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Flour is a pantry staple made by grinding grains or other foods into powder.
Although it traditionally comes from wheat, numerous types of flour are now available, including coconut, almond, and other gluten-free varieties.
Many people keep flour in their pantry for long periods of time — even well past the expiration date.
Thus, you may wonder how long it’s safe to keep flour.
This article explains whether flour goes bad, reviews proper storage techniques, and explains the risks of eating expired flour.
Many factors influence flour’s shelf life, or the length of time it lasts before beginning to spoil.
Most flours stay fresh 3–8 months at room temperature, usually long past their expiration date. However, the specific shelf life depends on the type of flour, its ingredients, and how you store it (1).
Types of flour
Flour is often categorized by its level of processing, which affects its shelf life. The source ingredient, such as wheat or arrowroot, also has an impact.
For example, white all-purpose flour generally stays fresh longer than whole-wheat flour due to the ways in which each is processed.
White flour is highly refined, meaning that the grain is stripped of the bran and germ, leaving only the starchy endosperm. Conversely, whole-wheat flour contains all three parts of the grain — the bran, germ, and endosperm.
The bran and germ are rich in oils, making whole-wheat products more vulnerable to spoilage. This occurs when fats deteriorate upon exposure to light, moisture, or air, typically causing an undesirable taste and odor (
Because gluten-free alternatives like almond or coconut flour are often high in oil, they may also be more prone to rancidity than white flour.
Additionally, gluten-free all-purpose flour, which typically combines several nut- or root-based flours, may be more vulnerable to mold due to its high moisture content (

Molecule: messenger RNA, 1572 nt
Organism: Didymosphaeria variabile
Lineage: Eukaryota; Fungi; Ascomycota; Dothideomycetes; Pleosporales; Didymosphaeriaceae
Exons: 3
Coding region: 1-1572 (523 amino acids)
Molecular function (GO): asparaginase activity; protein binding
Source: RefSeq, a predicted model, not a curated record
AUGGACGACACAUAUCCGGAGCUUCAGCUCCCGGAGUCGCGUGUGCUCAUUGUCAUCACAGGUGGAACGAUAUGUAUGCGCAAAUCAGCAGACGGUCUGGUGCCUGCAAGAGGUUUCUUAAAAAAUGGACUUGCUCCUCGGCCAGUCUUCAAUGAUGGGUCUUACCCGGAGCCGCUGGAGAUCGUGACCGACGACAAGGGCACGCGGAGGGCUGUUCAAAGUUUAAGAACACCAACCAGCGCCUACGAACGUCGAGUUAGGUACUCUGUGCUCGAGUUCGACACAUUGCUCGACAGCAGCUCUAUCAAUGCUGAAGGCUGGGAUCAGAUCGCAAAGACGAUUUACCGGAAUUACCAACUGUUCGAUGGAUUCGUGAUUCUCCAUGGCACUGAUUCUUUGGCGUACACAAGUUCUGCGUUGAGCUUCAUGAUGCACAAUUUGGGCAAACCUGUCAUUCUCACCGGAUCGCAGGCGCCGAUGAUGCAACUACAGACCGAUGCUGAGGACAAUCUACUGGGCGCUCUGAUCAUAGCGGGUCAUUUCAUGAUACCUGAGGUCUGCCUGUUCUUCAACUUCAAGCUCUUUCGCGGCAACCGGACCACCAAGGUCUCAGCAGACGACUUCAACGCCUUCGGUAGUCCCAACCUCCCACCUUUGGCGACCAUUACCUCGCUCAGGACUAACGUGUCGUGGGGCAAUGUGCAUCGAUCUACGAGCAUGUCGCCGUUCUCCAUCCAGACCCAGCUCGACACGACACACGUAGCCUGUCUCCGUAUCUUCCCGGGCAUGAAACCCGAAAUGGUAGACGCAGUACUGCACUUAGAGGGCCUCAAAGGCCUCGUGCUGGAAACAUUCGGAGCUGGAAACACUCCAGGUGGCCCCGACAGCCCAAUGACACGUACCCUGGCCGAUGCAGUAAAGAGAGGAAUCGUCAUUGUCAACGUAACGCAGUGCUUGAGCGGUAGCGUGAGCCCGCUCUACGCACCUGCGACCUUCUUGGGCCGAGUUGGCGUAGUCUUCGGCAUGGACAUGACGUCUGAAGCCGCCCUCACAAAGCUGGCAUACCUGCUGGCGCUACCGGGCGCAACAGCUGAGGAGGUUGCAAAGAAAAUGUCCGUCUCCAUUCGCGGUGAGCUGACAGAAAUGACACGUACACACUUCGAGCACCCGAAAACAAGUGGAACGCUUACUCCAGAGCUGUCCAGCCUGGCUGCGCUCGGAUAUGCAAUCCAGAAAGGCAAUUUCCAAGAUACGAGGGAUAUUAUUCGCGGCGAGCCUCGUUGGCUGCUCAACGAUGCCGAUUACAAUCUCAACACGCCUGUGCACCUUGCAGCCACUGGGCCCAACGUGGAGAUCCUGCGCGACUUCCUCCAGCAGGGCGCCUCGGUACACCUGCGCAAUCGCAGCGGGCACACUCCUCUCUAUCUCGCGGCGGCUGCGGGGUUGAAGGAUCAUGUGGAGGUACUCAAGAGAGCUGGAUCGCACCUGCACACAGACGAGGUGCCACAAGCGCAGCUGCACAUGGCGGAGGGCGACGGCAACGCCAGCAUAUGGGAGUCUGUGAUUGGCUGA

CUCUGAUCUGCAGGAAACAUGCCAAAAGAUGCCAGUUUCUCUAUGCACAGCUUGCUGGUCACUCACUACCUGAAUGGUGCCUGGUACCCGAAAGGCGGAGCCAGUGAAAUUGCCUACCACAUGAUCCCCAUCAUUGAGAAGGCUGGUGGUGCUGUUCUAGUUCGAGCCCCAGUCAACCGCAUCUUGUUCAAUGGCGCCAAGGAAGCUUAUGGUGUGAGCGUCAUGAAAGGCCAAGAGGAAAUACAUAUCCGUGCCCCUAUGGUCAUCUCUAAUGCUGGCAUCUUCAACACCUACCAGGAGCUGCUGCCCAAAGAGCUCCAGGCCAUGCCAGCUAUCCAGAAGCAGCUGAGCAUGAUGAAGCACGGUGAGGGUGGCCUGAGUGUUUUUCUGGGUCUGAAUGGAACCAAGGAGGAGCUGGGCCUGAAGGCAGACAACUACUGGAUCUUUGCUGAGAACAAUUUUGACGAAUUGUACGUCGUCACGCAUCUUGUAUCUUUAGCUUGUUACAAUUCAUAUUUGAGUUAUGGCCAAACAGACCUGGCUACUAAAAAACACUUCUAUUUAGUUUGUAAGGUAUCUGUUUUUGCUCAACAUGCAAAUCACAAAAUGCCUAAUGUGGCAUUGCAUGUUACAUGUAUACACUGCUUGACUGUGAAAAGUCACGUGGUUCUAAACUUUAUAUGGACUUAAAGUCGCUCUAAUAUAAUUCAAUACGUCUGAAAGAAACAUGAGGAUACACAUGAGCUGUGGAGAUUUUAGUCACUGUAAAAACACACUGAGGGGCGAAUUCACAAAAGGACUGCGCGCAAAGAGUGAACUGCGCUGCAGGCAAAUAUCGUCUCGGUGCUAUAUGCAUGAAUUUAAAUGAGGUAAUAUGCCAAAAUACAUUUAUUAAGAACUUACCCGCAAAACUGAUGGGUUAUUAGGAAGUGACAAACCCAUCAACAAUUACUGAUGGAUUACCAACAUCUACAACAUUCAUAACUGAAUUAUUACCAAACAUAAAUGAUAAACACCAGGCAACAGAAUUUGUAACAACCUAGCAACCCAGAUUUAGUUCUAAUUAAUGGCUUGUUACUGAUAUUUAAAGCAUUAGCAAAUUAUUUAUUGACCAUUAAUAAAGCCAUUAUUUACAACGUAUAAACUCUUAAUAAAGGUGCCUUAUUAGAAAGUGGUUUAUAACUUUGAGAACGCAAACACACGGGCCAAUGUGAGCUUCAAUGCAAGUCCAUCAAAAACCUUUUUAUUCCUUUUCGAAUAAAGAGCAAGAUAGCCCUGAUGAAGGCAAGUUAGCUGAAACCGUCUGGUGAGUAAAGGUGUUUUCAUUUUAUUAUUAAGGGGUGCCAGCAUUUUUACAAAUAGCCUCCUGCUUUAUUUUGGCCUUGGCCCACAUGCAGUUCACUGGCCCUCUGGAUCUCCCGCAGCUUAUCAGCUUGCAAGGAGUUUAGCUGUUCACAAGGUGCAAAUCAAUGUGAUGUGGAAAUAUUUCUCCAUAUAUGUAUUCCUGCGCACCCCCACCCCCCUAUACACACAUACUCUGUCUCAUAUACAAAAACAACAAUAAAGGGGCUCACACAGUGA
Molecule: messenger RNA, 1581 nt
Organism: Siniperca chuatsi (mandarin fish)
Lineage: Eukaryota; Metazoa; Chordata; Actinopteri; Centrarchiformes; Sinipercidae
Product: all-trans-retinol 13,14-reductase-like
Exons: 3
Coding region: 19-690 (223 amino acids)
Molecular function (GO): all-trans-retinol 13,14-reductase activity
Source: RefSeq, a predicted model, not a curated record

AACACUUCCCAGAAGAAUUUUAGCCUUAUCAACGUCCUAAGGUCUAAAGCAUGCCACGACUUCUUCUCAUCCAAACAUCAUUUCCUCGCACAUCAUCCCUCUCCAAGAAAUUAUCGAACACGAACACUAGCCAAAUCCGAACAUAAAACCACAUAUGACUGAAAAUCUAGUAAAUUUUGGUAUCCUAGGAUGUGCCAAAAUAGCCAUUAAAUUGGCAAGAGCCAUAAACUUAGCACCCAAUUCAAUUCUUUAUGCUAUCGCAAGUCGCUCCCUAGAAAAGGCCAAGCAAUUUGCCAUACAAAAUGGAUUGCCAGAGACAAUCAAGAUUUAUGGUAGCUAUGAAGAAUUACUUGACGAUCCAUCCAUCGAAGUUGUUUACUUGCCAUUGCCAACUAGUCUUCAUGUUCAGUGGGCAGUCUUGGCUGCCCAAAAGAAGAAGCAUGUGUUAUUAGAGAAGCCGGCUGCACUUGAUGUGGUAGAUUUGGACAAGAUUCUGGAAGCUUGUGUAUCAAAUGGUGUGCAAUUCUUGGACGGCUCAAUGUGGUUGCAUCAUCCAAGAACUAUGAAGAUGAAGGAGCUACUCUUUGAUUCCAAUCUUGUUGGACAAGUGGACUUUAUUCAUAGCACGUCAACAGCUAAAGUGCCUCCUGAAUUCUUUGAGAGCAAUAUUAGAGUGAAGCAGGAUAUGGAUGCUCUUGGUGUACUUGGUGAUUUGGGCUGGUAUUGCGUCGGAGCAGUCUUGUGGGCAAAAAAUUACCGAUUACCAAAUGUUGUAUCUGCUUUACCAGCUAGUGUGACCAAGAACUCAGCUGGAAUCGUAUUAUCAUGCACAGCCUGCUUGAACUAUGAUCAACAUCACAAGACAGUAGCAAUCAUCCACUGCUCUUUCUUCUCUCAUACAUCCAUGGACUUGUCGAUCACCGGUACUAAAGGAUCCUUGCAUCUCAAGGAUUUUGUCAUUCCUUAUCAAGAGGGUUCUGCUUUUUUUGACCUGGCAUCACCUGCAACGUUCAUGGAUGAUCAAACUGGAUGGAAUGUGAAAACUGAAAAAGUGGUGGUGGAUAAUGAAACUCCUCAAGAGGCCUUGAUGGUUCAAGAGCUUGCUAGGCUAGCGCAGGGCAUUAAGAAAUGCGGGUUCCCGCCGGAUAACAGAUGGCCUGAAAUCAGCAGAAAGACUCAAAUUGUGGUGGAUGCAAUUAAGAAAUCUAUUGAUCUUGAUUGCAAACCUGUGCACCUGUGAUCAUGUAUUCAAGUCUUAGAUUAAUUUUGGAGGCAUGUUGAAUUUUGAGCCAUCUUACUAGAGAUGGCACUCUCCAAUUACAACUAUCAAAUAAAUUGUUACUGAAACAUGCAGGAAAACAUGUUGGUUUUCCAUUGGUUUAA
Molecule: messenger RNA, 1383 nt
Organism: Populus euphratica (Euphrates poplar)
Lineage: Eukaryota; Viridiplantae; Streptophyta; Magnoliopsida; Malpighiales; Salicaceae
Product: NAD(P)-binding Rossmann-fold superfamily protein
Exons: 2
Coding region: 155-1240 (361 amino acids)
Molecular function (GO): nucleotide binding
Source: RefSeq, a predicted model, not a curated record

What’s more, the shelf life of flour depends on how you store it.
According to the United States Department of Agricultural (USDA), flour is considered shelf-stable. This means that it can be safely stored at room temperature (5).
Yet, it should be kept in an air-tight container in a cool, dry place to preserve its freshness. Refrigerating or freezing it may further increase its shelf life (6).
For example, all-purpose flour lasts 6–8 months on the shelf but up to 1 year if refrigerated and 2 years if frozen (7).
If you put your flour in the fridge, be sure to keep it away from moisture and water to prevent mold. This is best done by sealing it in an airtight container, such as a plastic bag or food bin (8).
Keep in mind that you should let refrigerated or frozen flour reach room temperature before using it. This will prevent lumping.
Most packaged flours have expiration dates — also called best-by dates — printed on the bag to indicate how long they’ll stay fresh.
However, these labels aren’t mandatory and don’t denote safety. Thus, your flour may still be safe to eat even after the best-by date (9).
The best way to determine whether your flour is safe is to smell it. While fresh flour has a neutral odor, bad flour smells off — it can be stale, musty, or almost sour. It may also look discolored.
Additionally, if your flour has come into contact with water or moisture, large clumps of mold may appear. In this case, you should immediately discard the entire bag.
To prevent food waste, try creative ways to use your old flour when it’s near or past its expiration date. Aside from baked goods like breads and cakes, it’s also good for creating non-food items like playdough or homemade glue.
When flour goes rancid, its molecular structure changes — which may produce harmful compounds (
However, no recent studies have revealed any detrimental effects of eating rancid flour. Although cooked foods made with it may taste unpleasant, they’re unlikely to harm your health if eaten in small amounts.
On the other hand, moldy flour can be dangerous, as well as foul-tasting.
While not all molds are harmful, some can produce dangerous chemicals known as mycotoxins. These compounds can trigger symptoms like vomiting and diarrhea (
Thus, it’s always best to throw out your flour if it smells bad or shows signs of mold.
Flour has a long shelf life but generally goes bad after 3–8 months.
White flour may last longest due to its lower fat content, while whole-wheat and gluten-free varieties spoil sooner. You can extend flour’s shelf life by sealing it properly or refrigerating or freezing it.
Be sure to throw out your flour if it has any unpleasant odors, discoloration, or mold growth.